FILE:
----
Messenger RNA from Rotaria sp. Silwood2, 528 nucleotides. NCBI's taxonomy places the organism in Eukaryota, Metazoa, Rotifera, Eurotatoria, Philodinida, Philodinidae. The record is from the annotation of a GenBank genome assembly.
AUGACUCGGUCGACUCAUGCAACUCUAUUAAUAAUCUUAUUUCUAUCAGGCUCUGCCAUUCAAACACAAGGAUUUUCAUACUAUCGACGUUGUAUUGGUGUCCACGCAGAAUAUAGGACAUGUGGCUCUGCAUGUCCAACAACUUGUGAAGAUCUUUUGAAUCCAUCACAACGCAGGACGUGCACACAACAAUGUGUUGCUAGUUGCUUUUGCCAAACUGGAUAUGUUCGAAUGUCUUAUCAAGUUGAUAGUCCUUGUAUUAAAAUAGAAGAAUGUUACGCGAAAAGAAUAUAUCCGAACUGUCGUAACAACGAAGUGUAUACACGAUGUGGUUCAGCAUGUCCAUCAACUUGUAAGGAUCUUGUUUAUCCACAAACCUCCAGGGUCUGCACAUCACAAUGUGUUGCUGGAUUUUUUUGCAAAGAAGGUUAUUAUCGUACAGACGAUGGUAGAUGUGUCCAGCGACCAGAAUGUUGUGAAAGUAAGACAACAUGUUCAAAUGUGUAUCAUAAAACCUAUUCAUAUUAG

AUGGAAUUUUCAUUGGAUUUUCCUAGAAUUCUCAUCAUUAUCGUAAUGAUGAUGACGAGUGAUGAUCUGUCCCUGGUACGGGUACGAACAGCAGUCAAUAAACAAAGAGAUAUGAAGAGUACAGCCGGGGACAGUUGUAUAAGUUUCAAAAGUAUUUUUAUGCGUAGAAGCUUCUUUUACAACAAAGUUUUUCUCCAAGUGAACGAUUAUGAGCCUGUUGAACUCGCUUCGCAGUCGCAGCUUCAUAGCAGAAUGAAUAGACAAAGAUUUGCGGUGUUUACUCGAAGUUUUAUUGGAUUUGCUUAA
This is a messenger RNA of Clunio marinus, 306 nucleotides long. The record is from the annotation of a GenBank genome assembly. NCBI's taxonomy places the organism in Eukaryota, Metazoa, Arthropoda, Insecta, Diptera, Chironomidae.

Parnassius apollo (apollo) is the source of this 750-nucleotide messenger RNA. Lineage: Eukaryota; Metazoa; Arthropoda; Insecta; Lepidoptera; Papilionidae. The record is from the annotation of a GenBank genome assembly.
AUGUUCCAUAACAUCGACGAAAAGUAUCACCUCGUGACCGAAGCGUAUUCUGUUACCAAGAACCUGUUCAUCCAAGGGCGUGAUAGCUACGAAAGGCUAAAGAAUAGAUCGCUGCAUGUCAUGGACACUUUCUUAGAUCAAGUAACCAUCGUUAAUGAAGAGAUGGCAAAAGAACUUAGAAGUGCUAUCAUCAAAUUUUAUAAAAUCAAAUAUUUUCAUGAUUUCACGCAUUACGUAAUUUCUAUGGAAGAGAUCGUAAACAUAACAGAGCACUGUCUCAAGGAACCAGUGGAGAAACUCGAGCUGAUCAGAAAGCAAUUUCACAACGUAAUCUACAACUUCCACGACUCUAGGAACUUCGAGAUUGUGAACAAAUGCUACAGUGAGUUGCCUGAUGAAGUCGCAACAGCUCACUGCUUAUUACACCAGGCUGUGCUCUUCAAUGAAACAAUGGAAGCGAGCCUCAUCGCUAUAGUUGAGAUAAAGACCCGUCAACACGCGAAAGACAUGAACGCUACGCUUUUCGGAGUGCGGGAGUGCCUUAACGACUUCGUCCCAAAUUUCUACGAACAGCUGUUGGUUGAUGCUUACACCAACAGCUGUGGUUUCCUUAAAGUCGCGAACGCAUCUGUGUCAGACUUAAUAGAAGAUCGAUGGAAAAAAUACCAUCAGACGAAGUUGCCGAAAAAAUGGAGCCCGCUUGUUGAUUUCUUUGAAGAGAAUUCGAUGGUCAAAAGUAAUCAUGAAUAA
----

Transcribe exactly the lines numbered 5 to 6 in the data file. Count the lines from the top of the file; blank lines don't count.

Parnassius apollo (apollo) is the source of this 750-nucleotide messenger RNA. Lineage: Eukaryota; Metazoa; Arthropoda; Insecta; Lepidoptera; Papilionidae. The record is from the annotation of a GenBank genome assembly.
AUGUUCCAUAACAUCGACGAAAAGUAUCACCUCGUGACCGAAGCGUAUUCUGUUACCAAGAACCUGUUCAUCCAAGGGCGUGAUAGCUACGAAAGGCUAAAGAAUAGAUCGCUGCAUGUCAUGGACACUUUCUUAGAUCAAGUAACCAUCGUUAAUGAAGAGAUGGCAAAAGAACUUAGAAGUGCUAUCAUCAAAUUUUAUAAAAUCAAAUAUUUUCAUGAUUUCACGCAUUACGUAAUUUCUAUGGAAGAGAUCGUAAACAUAACAGAGCACUGUCUCAAGGAACCAGUGGAGAAACUCGAGCUGAUCAGAAAGCAAUUUCACAACGUAAUCUACAACUUCCACGACUCUAGGAACUUCGAGAUUGUGAACAAAUGCUACAGUGAGUUGCCUGAUGAAGUCGCAACAGCUCACUGCUUAUUACACCAGGCUGUGCUCUUCAAUGAAACAAUGGAAGCGAGCCUCAUCGCUAUAGUUGAGAUAAAGACCCGUCAACACGCGAAAGACAUGAACGCUACGCUUUUCGGAGUGCGGGAGUGCCUUAACGACUUCGUCCCAAAUUUCUACGAACAGCUGUUGGUUGAUGCUUACACCAACAGCUGUGGUUUCCUUAAAGUCGCGAACGCAUCUGUGUCAGACUUAAUAGAAGAUCGAUGGAAAAAAUACCAUCAGACGAAGUUGCCGAAAAAAUGGAGCCCGCUUGUUGAUUUCUUUGAAGAGAAUUCGAUGGUCAAAAGUAAUCAUGAAUAA